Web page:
SHREC 2020: Classification in cryo-electron tomograms

3D Object Retrieval Workshop 2020, Genoa IT

I. Gubins, M. Chaillet, G. van der Schot, R.C. Veltkamp, F. Förster et al.
Link: doi.org/10.1016/j.cag.2020.07.010
cryo-electron tomography simulator classification benchmark

Cryo-electron tomography (cryo-ET) is an imaging technique that allows us to three-dimensionally visualize both the structural details of macro-molecular assemblies under near-native conditions and its cellular context. Electrons strongly interact with biological samples, limiting electron dose. The latter limits the signal-to-noise ratio and hence resolution of an individual tomogram to about 50 Å (5 nm). Biological molecules can be obtained by averaging volumes, each depicting copies of the molecule, allowing for resolutions beyond 4 Å (0.4 nm). To this end, the ability to localize and classify components is crucial, but challenging due to the low signal-to-noise ratio. Computational innovation is key to mine biological information from cryo-electron tomography. To promote such innovation, we provide a novel simulated dataset to benchmark different methods of localization and classification of biological macromolecules in cryo-electron tomograms. Our publicly available dataset contains ten tomographic reconstructions of simulated cell-like volumes. Each volume contains twelve different types of complexes, varying in size, function and structure. In this paper, we have evaluated seven different methods of finding and classifying proteins. Six research groups present results obtained with learning-based methods and trained on the simulated dataset, as well as a baseline template matching, a traditional method widely used in cryo-ET research. We find that method performance correlates with particle size, especially noticeable for template matching which performance degrades rapidly as the size decreases. We learn that neural networks can achieve significantly better localization and classification performance, in particular convolutional networks with focus on high-resolution details such as those based on U-Net architecture.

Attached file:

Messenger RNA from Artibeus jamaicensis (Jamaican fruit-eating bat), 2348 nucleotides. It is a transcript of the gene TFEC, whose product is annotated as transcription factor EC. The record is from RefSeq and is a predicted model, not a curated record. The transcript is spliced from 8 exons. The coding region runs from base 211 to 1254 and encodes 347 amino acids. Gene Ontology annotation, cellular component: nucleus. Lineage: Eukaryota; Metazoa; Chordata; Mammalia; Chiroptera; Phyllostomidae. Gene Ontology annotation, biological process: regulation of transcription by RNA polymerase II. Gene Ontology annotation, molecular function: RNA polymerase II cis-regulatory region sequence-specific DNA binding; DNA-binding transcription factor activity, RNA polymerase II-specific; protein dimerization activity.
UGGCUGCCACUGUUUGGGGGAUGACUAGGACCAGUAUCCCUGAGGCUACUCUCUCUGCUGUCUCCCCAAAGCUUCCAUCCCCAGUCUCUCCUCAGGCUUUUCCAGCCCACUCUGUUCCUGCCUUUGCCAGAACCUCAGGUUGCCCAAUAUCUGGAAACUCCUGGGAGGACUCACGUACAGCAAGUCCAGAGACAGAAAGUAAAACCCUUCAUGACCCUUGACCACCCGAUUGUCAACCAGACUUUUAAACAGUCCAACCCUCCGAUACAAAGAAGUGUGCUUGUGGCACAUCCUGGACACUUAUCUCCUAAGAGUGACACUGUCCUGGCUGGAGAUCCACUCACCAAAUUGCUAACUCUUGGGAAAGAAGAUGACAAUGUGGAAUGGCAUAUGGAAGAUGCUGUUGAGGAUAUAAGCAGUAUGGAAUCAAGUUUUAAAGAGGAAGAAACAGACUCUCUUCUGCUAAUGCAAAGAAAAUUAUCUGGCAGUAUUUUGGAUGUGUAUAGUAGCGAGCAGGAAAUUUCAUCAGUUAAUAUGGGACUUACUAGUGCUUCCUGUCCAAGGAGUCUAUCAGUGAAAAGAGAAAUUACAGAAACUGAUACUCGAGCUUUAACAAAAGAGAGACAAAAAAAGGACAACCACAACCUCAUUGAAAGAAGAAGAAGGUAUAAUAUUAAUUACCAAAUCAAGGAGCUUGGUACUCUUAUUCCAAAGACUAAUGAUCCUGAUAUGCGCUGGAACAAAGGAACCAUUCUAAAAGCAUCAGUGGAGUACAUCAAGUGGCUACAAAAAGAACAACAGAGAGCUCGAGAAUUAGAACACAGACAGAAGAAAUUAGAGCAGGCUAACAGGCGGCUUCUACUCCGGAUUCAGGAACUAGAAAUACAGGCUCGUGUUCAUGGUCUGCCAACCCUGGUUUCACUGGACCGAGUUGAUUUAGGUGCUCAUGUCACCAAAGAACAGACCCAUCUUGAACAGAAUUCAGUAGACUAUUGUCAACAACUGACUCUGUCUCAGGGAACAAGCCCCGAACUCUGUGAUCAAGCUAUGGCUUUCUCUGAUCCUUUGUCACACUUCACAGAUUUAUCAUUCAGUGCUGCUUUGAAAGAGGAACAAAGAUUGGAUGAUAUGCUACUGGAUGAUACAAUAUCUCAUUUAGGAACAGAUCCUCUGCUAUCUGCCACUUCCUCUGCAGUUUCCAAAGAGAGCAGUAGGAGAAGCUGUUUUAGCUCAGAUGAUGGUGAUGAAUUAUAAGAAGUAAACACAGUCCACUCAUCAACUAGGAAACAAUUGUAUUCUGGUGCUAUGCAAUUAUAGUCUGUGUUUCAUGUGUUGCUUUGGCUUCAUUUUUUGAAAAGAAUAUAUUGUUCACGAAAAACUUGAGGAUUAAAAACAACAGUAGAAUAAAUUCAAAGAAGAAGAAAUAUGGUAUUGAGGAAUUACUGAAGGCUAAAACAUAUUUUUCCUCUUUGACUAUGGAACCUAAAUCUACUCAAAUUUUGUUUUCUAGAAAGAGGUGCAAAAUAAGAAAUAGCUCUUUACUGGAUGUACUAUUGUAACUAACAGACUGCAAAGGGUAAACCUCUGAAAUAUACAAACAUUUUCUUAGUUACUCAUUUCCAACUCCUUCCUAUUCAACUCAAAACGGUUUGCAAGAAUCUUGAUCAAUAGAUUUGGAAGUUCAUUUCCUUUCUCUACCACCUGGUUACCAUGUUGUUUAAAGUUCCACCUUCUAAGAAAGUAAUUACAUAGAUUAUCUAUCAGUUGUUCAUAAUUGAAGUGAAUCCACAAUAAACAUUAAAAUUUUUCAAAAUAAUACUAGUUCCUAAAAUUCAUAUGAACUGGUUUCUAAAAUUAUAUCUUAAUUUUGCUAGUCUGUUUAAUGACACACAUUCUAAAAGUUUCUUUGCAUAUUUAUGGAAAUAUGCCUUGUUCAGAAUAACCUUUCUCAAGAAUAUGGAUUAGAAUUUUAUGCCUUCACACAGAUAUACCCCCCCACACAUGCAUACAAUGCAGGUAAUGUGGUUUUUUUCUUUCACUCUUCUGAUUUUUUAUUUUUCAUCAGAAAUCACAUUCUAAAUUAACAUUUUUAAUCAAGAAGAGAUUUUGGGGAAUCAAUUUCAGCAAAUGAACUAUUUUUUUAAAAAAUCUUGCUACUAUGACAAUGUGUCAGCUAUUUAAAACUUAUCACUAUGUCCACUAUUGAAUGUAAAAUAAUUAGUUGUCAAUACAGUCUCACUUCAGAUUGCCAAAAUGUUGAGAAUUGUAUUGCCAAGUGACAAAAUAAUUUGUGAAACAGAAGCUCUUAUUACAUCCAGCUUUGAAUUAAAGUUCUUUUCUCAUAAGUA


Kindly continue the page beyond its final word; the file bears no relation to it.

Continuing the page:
Deeply Cascaded U-Net for Multi-Task Image Processing


I. Gubins, R.C. Veltkamp
Link: arxiv.org/abs/2005.00225
multi-task learning computer vision

In current practice, many image processing tasks are done sequentially (eg denoising, dehazing, followed by semantic segmentation). In this paper, we propose a novel multi-task neural network architecture designed for combining sequential image processing tasks. We extend U-Net by additional decoding pathways for each individual task, and explore deep cascading of outputs and connectivity from one pathway to another. We demonstrate effectiveness of the proposed approach on denoising and semantic segmentation, as well as on progressive coarse-to-fine semantic segmentation, and achieve better performance than multiple individual or jointly-trained networks, with lower number of trainable parameters.


SHREC’19 Track: Classification in Cryo-Electron Tomograms

3D Object Retrieval Workshop 2019, Leiden NL

I. Gubins, G. van der Schot, R.C. Veltkamp, F. Förster et al.
Link: doi.org/10.2312/3dor.20191061
cryo-electron tomography simulator classification benchmark

Different imaging techniques allow us to study the organization of life at different scales. Cryo-electron tomography (cryo-ET) has the ability to three-dimensionally visualize the cellular architecture as well as the structural details of macro-molecular assemblies under near-native conditions. Due to beam sensitivity of biological samples, an inidividual tomogram has a maximal resolution of 5 nanometers. By averaging volumes, each depicting copies of the same type of a molecule, resolutions beyond 4Å have been achieved. Key in this process is the ability to localize and classify the components of interest, which is challenging due to the low signal-to-noise ratio. Innovation in computational methods remains key to mine biological information from the tomograms. To promote such innovation, we organize this SHREC track and provide a simulated dataset with the goal of establishing abenchmark in localization and classification of biological particles in cryo-electron tomograms. The publicly available dataset contains ten reconstructed tomograms obtained from a simulated cell-like volume. Each volume contains twelve different types of proteins, varying in size and structure. Participants had access to 9 out of 10 of the cell-like ground-truth volumes for learning-based methods, and had to predict protein class and location in the test tomogram. Five groups submitted eight sets of results, using seven different methods. While our sample size gives only an anecdotal overview of current approaches in cryo-ET classification, we believe it shows trends and highlights interesting future work areas. The results show that learning-based approaches is the current trend in cryo-ET classification research and specifically end-to-end 3D learning-based approaches achieve the best performance.